than all war-torn countries combined.
Every day I survive is worth a medal or two.
I celebrate by buying more clothes than I can afford.
I must be rich, my void is always building
a bigger room to accommodate new things.
Marilyn’s photographer, Lawrence Schiller, said
Marilyn was afraid that she was nothing
more than her beauty.
You can call me arrogant, call me black Marilyn,
come celebrate with me,
I am so beautiful death can’t take its eyes off me.
What keeps me up at night is the fear
I am as bland as the water
I am made up of.
My mother urges me to carry my blood
likes it is water turned to wine
and I am drunk
on miracles the way the women in my family are.
I want to call myself strong enough to carry on the legacy
of the women before me,
but my skin is a flimsy bucket,
I almost trickled out of myself once.
Sometimes the body stops believing in itself,
chews away its skin with venomous thoughts.
God begs you to stop performing.
I once saw my mother’s face slack after a long day
at work, a glass of wine laced between her fingers.
This was when I learned
no miracle comes easy.
My Aunt’s Recipe for Cooking Rice
Step 1: Rinse the starch off
as if the grains of rice are rosary beads
and you are praying your husband never goes hungry
for another woman.
Step 2: Drain the rice,
let water slide off like sin after baptism.
Boil the rice until tender enough
to not feel like a rain of bullets from a voodoo recipe.
Step 3: Add salt,
a plain meal is a forgotten woman.
Serve with tomato stew,
plantain, and pieces of meat.
Note: Don’t be like those feminist,
they invented a word
so they can use the knives meant for the kitchen
to slice off the faces of the men
that would have given them a surname.
I took in the recipe like an unholy scripture.
The next time I cook rice
I will let the fire keep burning
until the pot can’t recognise its own face.
The Pastor’s Daughter Refuses to Be a Circle
You are a diameter slicing your mother in half
and crucifying Jesus in the centre.
A circumference of prayers has yet to circle you back to God.
You defend yourself as good enough,
a rebel to the strict rules for holiness.
The aunties wearing hats as big as their mouths
shake their heads like a tambourine
when they see your seat empty in church.
Your mother etches scriptures on your tongue,
says you are destined to become a prophet
because you once had a dream about hell.
You just want to be a child,
you fantasize about an earth
where the explanation for grey clouds is simply rain.
When your mother circles the house spewing out prayers,
you walk past her so fast your body splits open the air.
If you make a mother choose between God and her child
she will slice her body in half to be available for both.
Your mother shapes her mouth into an aggressive circle
and urges you to get ready for church.
You wear the same outfit every Sunday: a stubborn spirit.
The sermon today was on hell,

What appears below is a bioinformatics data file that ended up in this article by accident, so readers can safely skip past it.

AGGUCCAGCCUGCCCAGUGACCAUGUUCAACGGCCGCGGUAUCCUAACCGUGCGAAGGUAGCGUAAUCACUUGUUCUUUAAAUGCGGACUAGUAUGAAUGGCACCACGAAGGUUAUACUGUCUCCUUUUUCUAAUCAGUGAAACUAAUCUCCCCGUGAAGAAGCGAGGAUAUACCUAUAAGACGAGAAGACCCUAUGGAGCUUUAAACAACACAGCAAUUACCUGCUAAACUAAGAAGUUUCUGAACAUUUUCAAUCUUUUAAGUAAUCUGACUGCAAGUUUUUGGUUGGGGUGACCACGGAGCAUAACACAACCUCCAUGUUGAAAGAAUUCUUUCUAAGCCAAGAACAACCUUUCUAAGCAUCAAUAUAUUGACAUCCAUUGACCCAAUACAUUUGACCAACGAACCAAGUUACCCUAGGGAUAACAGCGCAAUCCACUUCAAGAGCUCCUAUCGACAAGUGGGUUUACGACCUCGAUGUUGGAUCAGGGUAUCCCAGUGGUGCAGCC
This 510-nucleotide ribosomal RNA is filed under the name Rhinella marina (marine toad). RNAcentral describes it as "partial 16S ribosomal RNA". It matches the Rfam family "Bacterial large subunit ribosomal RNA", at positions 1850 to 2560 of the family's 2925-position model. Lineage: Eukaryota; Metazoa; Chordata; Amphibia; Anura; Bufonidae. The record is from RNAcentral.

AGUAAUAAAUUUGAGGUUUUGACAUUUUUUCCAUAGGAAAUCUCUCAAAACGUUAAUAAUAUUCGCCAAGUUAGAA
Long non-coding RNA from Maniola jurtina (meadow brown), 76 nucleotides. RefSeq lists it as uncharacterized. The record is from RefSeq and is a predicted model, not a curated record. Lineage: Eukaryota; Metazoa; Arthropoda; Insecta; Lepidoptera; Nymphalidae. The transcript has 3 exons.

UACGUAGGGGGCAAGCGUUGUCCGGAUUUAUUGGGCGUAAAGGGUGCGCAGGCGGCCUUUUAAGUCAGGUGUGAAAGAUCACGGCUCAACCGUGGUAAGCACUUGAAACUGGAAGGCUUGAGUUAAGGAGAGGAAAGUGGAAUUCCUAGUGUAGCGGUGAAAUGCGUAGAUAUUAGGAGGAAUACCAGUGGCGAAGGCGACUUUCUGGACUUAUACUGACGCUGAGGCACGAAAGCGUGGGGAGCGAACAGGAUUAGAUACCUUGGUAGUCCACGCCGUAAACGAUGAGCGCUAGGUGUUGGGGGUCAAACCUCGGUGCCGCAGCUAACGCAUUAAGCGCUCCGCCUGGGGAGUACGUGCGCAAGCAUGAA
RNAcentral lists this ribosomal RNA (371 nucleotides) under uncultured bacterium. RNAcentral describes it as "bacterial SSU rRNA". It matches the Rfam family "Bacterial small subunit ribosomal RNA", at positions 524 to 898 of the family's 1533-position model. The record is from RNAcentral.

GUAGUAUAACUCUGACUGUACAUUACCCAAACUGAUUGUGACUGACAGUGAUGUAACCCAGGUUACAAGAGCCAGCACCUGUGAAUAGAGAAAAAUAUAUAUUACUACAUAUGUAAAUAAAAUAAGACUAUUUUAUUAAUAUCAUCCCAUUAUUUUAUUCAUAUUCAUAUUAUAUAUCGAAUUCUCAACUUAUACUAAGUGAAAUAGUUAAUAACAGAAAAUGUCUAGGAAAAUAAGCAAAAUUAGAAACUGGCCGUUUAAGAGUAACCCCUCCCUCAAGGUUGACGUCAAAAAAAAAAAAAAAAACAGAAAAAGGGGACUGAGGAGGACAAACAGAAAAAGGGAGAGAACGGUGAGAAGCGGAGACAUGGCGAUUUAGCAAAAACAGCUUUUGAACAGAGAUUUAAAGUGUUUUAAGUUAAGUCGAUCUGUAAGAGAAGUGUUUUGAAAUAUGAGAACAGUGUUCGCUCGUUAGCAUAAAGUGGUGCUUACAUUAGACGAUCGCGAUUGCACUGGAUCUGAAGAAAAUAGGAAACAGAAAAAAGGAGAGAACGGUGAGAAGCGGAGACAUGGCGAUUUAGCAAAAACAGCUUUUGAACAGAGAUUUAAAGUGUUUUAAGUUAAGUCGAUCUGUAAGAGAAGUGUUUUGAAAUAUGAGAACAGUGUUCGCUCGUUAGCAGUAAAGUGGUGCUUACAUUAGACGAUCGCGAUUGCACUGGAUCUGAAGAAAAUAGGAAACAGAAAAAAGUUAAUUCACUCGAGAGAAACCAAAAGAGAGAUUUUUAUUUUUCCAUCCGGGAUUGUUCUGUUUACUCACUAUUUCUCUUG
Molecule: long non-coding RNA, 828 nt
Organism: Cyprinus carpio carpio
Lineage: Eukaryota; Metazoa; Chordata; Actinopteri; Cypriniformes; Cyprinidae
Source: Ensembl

after church, you lay in bed and curve your body into itself.
You are a moon being stabbed by its own edges.
My new-born brother wailed into existence
and my grandfather’s eyes became two stopwatches
counting down his own exit. At the naming ceremony
my grandfather was quiet as a body cut open for autopsy.
He broke bread and sipped on fresh orange juice.
The pause between each sip elongated and I knew
the mathematician in him
had remembered the equation of equilibrium.
As my new-born brother was crowned with a name,
my grandfather’s body began to forget his.
When the Soldier Returns from the War
The soldier begs his home, stop
running away from me,
I risked my life trying to save this land.
Home replies, you chose the world over me,
was protecting me not a loud enough victory
to make a flag with?
The soldier begs his wife, lay with me,
with all the dead bodies I have touched
I could do with the warmth of your love.
His wife replies, I am in love with someone else.
Did you not notice that your side of the bed
was warm when you arrived?
The soldier begs his son, let’s go play
catch in the park. I might have lost one arm
in the war, but your father is strong as superman.
His son replies, the moon raised me,
it has been around more often than you are
and it floats in the sky like superman.
When the soldier returns from the war
the ghost of his wife’s face becomes a trigger.
The faint image of his son floating away
from his hands becomes a trigger.
The reflection of his face becomes a trigger.
The soldier realises there are more ways
to go to a war zone than to travel to one,
It is to become the war zone yourself.
There was no umbilical cord tying us together,
it was no surprise that a telephone cord
was not sure what do to with my father and I’s bodies.
My father grew into a voicemail,
a permanent “sorry the caller cannot be reached
at this moment”.
The matron in boarding school said no phones were allowed,
but I never tried to smuggle one,
you do not need a phone to listen to your father’s silence.
He spoke on the phone
to his friends for hours about Nigeria.
He complained the country’s interest rates were rising,
My father said we need less corruption
and more attention on home affairs.
I was unsure if he was referring to the country or us.